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Saturday, October 1, 2022
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No Grease Barbers

 

Founded by twin brothers Damian and Jermaine Johnson, No Grease Barbers has experienced success since a humble start in 1997. The Johnsons secured their barber licenses by age 18 and were acquainted with the industry because their mom was a stylist. The business grew out of Damian’s senior paper about strategic marketing in the barber industry for a class at Charlotte’s Johnson C. Smith University.

Today the brothers are 49, and No Grease has 12 locations in the Carolinas and Georgia. They started offering franchises in 2017 with four locations now run by others.

A year earlier, they started the No Grease Barber School to provide hands-on experience and intensive education enabling students to make a successful transition to the profession.

“A big part of our growth is when we started to focus on the education side,” Damian Johnson says. “We were influencing the future of the business.”

Viewing their work as a mission is also critical. “Whether we are making people look good from the outside or those things that are intangible — things that you can’t see or touch — we’re affecting people in a positive way,” he says. “Whether it’s the client in the chair, the barbers that we train or the entire community. Those are the things that get me excited every day, the people that we affect.”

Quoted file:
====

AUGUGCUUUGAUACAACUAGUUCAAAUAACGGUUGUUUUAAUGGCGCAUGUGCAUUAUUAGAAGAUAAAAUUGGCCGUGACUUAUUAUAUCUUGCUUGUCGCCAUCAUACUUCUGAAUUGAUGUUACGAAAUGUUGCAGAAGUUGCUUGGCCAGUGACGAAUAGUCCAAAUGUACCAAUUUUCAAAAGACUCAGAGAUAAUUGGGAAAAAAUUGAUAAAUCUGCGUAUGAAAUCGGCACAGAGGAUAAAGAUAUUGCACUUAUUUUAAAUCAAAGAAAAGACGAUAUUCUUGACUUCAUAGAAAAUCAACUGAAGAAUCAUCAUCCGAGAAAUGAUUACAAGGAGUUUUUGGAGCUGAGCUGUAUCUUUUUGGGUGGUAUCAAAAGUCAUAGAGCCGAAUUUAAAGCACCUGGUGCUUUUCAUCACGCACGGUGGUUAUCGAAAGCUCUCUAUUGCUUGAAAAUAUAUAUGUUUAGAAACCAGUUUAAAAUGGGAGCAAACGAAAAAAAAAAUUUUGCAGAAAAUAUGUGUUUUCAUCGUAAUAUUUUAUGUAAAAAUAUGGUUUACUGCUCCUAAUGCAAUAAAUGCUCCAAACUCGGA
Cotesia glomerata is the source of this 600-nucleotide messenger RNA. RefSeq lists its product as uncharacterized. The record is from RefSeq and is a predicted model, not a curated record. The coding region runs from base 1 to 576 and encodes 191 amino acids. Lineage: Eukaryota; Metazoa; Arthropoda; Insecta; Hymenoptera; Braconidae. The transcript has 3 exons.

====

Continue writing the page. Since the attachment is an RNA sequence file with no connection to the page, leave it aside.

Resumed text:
Staying true to some traditions of the African American barber industry is an important aspect of the business.

“It’s holding true to some of those things and adding in creative marketing and strategies, from professionalism, to our image that we’ve always demonstrated with our barbers, to community involvement,” Johnson says. “We still know that we were that lighthouse of the community, and we’ve used that as a main strategy.”

Future plans include expansion to the suburban Washington, D.C. area with another location opening as early as the first quarter of this year.

“We’re not going to stop until we have made this one of the most successful businesses that has ever been seen in the barbering industry — beyond the barber industry, just Black businesses period,” he says.

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